To impact a real step change in the future it is essential to focus on making the sector an attractive place to work, promoting careers in STEM to attract girls from grassroots school level.
To impact a real step change in the future it is essential to focus on making the sector an attractive place to work, promoting careers in STEM to attract girls from grassroots school level. There are some fantastic initiatives such as the DELL STEM Aspire programme, Scottish Women in Technology, Women in Stem and Dresscode. I also strongly believe that in order to attract young people into STEM it needs to be embedded across the curriculum, enabling those who may struggle or have no interest in the traditional STEM subjects to learn the importance of these skills and their relevance to everyday life, hence making them more attractive and interesting.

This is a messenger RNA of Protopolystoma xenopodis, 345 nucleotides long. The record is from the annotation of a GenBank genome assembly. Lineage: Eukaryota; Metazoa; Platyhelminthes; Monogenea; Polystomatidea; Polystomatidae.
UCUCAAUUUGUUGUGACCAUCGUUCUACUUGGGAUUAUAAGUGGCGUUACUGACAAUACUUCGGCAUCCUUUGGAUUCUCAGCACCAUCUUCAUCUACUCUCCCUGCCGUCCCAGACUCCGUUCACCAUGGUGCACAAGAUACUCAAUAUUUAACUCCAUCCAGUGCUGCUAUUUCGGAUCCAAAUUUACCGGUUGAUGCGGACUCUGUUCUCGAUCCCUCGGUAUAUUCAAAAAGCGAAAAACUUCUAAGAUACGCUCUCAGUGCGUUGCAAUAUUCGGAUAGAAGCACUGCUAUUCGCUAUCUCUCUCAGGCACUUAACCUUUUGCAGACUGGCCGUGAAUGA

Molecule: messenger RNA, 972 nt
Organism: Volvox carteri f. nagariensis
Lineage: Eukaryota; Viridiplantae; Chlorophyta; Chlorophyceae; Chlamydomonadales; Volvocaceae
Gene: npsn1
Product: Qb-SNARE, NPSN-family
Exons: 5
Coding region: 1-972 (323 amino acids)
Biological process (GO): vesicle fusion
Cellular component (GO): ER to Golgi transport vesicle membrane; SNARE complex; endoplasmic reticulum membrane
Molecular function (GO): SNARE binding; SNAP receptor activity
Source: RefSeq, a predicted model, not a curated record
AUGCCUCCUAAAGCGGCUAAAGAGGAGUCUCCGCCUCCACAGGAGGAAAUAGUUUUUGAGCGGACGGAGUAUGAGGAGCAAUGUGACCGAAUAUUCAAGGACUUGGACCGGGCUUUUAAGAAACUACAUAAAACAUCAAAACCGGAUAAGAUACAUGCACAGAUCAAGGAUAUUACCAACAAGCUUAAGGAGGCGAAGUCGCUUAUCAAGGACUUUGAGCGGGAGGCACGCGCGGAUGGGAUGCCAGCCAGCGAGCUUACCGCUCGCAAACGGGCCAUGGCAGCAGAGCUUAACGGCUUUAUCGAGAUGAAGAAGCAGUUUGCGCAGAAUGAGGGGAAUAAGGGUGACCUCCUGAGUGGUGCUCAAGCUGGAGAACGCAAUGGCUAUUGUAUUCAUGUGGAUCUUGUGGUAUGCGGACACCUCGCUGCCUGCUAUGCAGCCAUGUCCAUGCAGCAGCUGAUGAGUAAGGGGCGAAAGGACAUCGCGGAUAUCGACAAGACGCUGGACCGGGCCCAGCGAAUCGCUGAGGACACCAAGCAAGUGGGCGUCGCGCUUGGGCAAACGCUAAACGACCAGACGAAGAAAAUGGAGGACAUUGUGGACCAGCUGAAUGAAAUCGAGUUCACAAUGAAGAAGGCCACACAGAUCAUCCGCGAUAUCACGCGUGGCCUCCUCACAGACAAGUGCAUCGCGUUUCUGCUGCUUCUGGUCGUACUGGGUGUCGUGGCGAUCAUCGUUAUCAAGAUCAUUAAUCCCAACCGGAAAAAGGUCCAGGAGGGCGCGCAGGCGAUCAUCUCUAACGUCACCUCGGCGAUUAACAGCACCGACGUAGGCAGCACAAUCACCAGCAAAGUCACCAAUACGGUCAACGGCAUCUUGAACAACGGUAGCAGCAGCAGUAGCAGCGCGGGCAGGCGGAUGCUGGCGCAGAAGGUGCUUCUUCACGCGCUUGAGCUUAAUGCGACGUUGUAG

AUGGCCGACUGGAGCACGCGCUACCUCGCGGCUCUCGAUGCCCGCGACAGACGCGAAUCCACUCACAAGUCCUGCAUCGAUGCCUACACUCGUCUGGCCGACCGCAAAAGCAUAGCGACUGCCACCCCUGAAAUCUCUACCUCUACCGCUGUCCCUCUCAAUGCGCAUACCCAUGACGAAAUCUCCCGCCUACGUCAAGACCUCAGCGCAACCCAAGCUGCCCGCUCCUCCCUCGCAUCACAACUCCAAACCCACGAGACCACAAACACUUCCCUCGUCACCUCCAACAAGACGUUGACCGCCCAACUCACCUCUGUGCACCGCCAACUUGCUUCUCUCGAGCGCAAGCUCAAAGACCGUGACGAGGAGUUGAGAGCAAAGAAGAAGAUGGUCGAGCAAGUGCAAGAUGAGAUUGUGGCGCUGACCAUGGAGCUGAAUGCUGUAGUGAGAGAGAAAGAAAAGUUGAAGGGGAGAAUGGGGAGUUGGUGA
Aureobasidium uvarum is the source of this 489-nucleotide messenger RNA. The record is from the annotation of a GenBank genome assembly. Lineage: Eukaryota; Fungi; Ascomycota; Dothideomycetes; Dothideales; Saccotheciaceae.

My hope is that the changes seen in the tech sector keep up the pace, keep up the agenda and always push for new things where there are gaps. A sense of community is so important in helping people to feel supported, and providing the opportunity to meet, share and learn from like-minded individuals. The initiatives mentioned above are small communities in themselves but it is the role of the wider tech community in Scotland and beyond to work together to attract more women and to keep them there by ensuring that they feel supported and welcome.
From a Data Lab perspective, we recently created a Community Platform which we are actively encouraging people with an interest in data from all walks of life to join. It offers a platform to engage in conversation and interesting discussions in a safe space, to network with people in a similar sector and we also post jobs too. We arrange webinars for a wide and diverse range of speakers; we want to help demonstrate the breadth of people who work in the data and AI sector.
7. Data Talent, which you manage, always has a very diverse panel of speakers, how do you manage to ensure this works?